Turning Pain into PowerSep 30, 2020 02:18PM ● By Marisa Fanelli
Options for those suffering from chronic pain include surgery, medications and various therapies. But what about those people that lack a physiological cause for their pain? What happens when there is no explanation for why their body is turning against them?
The brain can send out pain signals in the absence of all physical dysfunction. When the reason for pain is evident, the root of it can be treated, but when there is no physical abnormality, one must look elsewhere for the root cause of pain.
According to a study in the The Journal of the International Association for the Study of Pain, the root may be fear. In this study, tests were administered to determine individual anxiety levels. The Anxiety Sensitivity Index questionnaire was given to measure the subjects’ levels of anxiety about certain physical sensations, and the Fear of Pain questionnaire was given to measure fear levels for different types of physical pain. Participants were then subjected to varying levels of pain, applied in a manner that would not cause harm. Imaging was completed on the subjects’ brains while the pain was inflicted.
The study revealed a high correlation between the Fear of Pain questionnaire and the right lateral orbital frontal cortex. This is an area of the brain that when activated may reflect attempts by fearful individuals to evaluate and/or regulate responses to pain. There was also a high correlation between the Anxiety Sensitivity Index and the medial prefrontal gyrus, which is the area of the brain that focuses on what is wrong with the body. Researchers concluded that the perception of pain varies widely between individuals and that these differences may be due to differing fears and anxieties around their pain.
Stephanie Moniuk, of Knockout Wellness, in Woburn, has based her business as a mind-body connection coach on finding ways to unwind the connections between fear and pain within the brain. “I teach clients how to turn fear and pain into power,” says Moniuk. “I like to tell clients I’m like a computer programmer, and their mind is the computer operating system. The problem is that there is a bug in their system. That bug is the fear and pain programs that are constantly running in the background.”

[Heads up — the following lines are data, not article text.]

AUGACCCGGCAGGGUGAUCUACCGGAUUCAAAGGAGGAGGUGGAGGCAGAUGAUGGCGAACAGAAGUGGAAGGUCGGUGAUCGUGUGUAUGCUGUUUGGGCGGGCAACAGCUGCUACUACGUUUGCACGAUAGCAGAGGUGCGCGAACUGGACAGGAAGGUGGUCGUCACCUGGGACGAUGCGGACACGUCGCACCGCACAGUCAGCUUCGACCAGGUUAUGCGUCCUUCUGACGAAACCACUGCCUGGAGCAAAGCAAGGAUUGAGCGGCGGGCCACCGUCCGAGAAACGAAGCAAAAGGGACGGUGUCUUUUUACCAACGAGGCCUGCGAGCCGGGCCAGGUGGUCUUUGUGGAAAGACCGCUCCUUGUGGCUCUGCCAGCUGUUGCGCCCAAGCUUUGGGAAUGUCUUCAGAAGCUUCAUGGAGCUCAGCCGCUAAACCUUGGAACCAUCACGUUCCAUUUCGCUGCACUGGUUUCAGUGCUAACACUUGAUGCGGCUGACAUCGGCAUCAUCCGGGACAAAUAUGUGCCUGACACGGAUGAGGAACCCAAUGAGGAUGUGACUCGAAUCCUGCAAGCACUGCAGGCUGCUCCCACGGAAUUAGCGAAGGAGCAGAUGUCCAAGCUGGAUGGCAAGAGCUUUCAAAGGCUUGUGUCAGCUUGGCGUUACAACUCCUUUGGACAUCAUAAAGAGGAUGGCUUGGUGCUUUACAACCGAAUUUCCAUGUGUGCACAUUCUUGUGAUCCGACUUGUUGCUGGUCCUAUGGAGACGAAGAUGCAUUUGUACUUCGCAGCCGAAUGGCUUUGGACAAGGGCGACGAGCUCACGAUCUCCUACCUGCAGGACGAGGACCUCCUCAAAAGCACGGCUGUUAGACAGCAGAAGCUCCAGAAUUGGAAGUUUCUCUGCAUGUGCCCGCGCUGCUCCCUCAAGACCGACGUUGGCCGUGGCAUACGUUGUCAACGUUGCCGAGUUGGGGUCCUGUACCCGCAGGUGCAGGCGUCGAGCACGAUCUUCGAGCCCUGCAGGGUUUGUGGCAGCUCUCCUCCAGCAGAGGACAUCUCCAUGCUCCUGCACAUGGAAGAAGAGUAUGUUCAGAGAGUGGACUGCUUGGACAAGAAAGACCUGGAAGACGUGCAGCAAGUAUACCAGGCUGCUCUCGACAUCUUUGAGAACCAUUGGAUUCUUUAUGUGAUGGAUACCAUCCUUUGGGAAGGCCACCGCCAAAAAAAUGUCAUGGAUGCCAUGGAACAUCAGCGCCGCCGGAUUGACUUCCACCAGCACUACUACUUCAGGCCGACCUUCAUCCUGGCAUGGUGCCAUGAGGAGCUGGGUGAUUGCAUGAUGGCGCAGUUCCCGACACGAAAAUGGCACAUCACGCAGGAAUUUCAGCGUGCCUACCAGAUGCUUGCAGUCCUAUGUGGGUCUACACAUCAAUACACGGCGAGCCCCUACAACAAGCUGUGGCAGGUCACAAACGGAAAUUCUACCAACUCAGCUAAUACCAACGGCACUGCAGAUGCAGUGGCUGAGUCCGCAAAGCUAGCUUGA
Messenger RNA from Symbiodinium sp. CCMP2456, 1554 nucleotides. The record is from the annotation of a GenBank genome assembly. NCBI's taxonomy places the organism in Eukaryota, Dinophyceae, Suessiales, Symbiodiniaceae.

The hardest part for pain specialist Moniuk is helping clients understand that the term mind-body does not mean that it’s all in their head. The mind-body terminology can be frustrating for pain patients, as it is often misinterpreted. Pain that stems from the mind doesn’t make it any less painful; nor does it mean that the pain isn’t real. It does, however, mean that the pain can be harder to understand and treat.
Mind-body connection coaching uses various tools to create new connections in the brain that break the fear patterns that elicit pain, including guided imagery and graded exposure therapy.
In the guided imagery exercises, the client is asked to recall a situation that made them uncomfortable. As they recall, they focus on what type of physical sensation comes with the emotional discomfort and where it is located within their body. Once the fear is given a form, it can be released through a variety of exercises.
Another exercise to reduce fear is graded exposure. This therapy is like a vaccination; giving the body and mind a small and innocuous dose of the fear and slowly and gradually upping the dosage until the original fear is gone.
Mind-body connection coaching can empower individuals that have lost faith in their body’s ability to regulate pain. Moniuk says that the results she has witnessed have been inspiring. “Less fear, less pain, more confidence, more self-awareness…making that connection between the mind and the body is transformational for people,” she maintains.
Stephanie Moniuk is a mind-body coach at Knockout Wellness, in Lowell. For more information, visit KnockoutWellness.com.
Marisa Fanelli is a licensed acupuncturist and hypnotherapist. She can be reached at [email protected]